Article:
The DOJ and SEC recently released the second edition of the Foreign Corrupt Practices Act (FCPA) Resources Guide, marking the first changes since 2012.
Tom Fox discusses their rationale for the update, covering the new hallmark, the FCPA corporate enforcement policy, the accounting provisions and policy and case law updates.
Enjoy a sample from this download:
The New Hallmark
Obviously this 2020 Resource Guide has been some time in coming, and it represents the work of many dedicated professionals in the DOJ and SEC. It is a welcome resource for every compliance practitioner. I want to focus on the primary changes and additions to the Hallmarks of an Effective Compliance Program. The first change to note is the expanded definition to the question, “is [the corporate compliance program] being applied in good faith” with the addition of the query, “in other words, is the program adequately resourced and empowered to function effectively?” This language comes from the 2020 Update to the Evaluation of Corporate Compliance Programs (2020 Update). This change clearly reflects the need for a company to do far more than have a paper compliance program in place, which presaged many of the changes brought forward in the 2020 Update.
However, the biggest change is the addition of a new Hallmark, entitled “Investigation, Analysis, and Remediation of Misconduct,” which reads in full:
“The truest measure of an effective compliance program is how it responds to misconduct. Accordingly, for a compliance program to be truly effective, it should have a well-functioning and appropriately funded mechanism for the timely and thorough investigations of any allegations or suspicions of misconduct by the company, its employees, or agents. An effective investigations structure will also have an established means of documenting the company’s response, including any disciplinary or remediation measures taken.
In addition to having a mechanism for responding to the specific incident of misconduct, the company’s program should also integrate lessons learned from any misconduct into the company’s policies, training, and controls. To do so, a company will need to analyze the root causes of the misconduct to timely and appropriately remediate those causes to prevent future compliance breaches.”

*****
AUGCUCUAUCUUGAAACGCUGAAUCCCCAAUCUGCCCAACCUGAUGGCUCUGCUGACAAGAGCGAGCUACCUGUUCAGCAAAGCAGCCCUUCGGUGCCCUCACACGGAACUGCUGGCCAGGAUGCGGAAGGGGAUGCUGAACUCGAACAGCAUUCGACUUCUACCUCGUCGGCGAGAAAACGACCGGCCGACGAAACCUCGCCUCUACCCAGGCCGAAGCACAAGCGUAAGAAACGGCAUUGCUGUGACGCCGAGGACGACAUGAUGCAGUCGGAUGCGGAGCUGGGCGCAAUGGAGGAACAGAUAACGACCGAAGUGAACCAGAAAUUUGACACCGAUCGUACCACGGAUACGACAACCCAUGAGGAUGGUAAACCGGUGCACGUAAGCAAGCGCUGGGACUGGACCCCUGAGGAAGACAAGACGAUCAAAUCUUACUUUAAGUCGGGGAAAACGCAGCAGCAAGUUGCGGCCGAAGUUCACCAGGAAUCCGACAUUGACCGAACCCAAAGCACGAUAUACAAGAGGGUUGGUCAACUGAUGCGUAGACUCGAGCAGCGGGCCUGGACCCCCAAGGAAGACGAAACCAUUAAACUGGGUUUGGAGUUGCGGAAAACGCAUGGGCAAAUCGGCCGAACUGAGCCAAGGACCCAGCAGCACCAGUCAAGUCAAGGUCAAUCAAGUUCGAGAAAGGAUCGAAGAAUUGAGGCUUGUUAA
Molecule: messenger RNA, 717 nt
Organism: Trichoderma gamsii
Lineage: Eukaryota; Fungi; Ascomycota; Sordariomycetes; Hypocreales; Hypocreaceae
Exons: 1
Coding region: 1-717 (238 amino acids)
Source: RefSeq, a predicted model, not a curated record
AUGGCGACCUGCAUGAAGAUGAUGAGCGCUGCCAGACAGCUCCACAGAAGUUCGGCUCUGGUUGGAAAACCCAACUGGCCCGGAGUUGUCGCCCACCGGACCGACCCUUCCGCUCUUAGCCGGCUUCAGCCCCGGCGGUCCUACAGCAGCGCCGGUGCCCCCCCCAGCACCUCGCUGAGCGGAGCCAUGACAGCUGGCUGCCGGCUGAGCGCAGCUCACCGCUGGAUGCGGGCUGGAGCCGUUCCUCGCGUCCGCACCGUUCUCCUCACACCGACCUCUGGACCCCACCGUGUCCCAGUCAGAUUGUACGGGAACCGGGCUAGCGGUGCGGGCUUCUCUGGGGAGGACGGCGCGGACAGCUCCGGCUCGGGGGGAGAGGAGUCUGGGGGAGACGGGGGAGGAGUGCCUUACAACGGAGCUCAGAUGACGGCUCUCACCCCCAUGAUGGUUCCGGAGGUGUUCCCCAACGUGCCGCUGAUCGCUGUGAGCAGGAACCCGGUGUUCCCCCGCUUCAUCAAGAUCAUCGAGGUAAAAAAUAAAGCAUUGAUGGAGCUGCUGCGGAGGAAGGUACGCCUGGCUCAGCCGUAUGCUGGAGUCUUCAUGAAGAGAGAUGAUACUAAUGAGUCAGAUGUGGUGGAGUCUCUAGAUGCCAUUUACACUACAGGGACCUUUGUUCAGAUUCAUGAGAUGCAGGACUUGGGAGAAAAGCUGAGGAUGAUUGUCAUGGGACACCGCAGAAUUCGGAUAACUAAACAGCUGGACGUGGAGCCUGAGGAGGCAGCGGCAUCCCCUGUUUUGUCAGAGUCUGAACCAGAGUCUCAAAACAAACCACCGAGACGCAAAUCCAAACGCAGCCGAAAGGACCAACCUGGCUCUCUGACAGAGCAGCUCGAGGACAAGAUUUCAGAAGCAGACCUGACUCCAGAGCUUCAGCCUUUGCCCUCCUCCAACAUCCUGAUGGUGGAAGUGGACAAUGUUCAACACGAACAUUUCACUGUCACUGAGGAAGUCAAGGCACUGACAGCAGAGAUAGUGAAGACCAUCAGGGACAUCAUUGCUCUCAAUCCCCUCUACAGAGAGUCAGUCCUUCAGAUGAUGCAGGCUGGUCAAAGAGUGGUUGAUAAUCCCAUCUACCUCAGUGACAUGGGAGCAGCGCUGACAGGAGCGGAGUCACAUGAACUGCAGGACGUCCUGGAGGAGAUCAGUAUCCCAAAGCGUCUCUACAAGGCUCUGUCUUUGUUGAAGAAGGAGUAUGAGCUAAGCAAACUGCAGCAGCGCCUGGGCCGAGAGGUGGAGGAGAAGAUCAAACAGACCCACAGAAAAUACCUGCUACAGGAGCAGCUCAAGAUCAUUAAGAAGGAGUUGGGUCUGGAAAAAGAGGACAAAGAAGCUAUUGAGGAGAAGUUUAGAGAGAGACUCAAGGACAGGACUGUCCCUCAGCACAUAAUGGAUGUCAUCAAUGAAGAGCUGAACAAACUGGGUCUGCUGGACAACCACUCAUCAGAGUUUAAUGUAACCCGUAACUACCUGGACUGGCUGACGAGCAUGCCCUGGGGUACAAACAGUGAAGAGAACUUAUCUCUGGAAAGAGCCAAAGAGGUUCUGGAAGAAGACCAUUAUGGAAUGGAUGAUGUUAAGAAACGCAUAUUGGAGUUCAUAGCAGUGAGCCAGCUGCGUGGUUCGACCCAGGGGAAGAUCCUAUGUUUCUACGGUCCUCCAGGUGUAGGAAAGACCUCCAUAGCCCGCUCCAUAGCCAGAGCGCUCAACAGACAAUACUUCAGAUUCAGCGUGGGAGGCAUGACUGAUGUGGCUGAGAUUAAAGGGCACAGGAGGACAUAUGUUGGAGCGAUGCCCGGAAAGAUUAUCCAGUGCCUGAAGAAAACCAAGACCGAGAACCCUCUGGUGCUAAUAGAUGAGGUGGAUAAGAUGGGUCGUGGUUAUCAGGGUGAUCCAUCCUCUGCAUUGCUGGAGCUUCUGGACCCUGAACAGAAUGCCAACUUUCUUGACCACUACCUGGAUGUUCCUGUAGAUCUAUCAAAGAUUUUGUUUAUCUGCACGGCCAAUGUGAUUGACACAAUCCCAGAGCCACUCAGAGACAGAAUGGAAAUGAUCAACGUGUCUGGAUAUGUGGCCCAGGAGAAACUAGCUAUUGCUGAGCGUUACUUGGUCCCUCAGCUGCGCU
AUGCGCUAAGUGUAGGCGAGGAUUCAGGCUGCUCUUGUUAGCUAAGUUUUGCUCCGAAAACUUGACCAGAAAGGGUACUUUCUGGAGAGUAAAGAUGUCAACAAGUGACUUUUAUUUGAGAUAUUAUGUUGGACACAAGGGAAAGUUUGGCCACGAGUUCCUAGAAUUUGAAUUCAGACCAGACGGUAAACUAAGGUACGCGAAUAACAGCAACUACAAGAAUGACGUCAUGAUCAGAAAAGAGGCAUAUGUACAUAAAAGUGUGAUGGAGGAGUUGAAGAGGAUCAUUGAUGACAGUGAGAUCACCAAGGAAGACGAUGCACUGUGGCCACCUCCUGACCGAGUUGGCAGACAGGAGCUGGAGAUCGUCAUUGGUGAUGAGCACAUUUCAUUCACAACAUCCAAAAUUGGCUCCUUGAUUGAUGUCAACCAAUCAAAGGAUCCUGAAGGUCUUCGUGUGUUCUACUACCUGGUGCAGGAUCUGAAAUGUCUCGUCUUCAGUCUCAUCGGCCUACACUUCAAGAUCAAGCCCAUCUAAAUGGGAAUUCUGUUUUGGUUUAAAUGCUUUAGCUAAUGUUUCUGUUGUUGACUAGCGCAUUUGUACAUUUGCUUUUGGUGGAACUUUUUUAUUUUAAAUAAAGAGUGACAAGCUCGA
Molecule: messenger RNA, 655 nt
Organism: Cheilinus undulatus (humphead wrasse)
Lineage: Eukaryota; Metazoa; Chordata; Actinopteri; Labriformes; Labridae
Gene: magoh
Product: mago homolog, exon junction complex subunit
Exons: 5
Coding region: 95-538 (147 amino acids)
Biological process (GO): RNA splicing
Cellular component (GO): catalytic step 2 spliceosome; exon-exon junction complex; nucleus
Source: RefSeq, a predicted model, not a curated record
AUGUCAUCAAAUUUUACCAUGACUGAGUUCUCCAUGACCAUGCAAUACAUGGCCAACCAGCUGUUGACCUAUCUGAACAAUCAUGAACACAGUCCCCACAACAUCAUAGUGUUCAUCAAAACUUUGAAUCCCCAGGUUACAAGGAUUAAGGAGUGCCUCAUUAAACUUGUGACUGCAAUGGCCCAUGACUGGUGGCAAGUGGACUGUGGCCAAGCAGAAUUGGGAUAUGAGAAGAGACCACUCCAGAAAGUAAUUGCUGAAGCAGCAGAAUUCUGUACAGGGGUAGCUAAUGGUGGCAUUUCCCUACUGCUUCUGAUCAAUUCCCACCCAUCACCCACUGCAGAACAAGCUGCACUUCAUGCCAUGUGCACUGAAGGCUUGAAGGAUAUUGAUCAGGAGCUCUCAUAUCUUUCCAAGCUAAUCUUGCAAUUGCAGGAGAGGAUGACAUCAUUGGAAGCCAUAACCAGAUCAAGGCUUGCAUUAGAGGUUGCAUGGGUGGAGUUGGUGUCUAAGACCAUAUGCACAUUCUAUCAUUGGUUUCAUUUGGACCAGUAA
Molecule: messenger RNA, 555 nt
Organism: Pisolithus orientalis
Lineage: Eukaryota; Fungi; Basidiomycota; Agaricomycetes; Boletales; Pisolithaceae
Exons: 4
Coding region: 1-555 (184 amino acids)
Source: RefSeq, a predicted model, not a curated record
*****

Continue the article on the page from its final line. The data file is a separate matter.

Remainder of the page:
There are many interesting aspects to this new Hallmark, not the least is that it begins with “the truest measure of an effective compliance program is how it responds to misconduct.” This builds upon the language found in the “Confidential Reporting and Internal Investigation” Hallmark, which stated, “…once an allegation is made, companies should have in place an efficient, reliable, and properly funded process for investigating the allegation and documenting the company’s response.” Now, beyond being properly funded, you must have a “well-functioning mechanism” for the “timely and thorough investigations of any allegations or suspicions of misconduct by the company, its employees, or agents.”
This clearly mandates that once an allegation or even suspicion comes to the attention of compliance, it must be properly triaged and your investigation protocol 7
should kick in with a detailed and effective investigation that is completed in a reasonable time and that provides a response to the investigative findings. Moreover, an investigation is not the ending point and should be followed with a robust root cause analysis. This builds upon several sources.
Initially, the FCPA Corporate Enforcement Policy brought forward this requirement for a root cause analysis with the following language: “Demonstration of thorough analysis of causes of underlying conduct (i.e., a root cause analysis) and, where appropriate, remediation to address the root causes.”
The 2020 Evaluation also raised the following questions under “Root Cause Analysis – What is the company’s root cause analysis of the misconduct at issue? Were any systemic issues identified? Who in the company was involved in making the analysis?”
Instant Download: Read it Now
Can’t see the download form? Disable your ad blocker.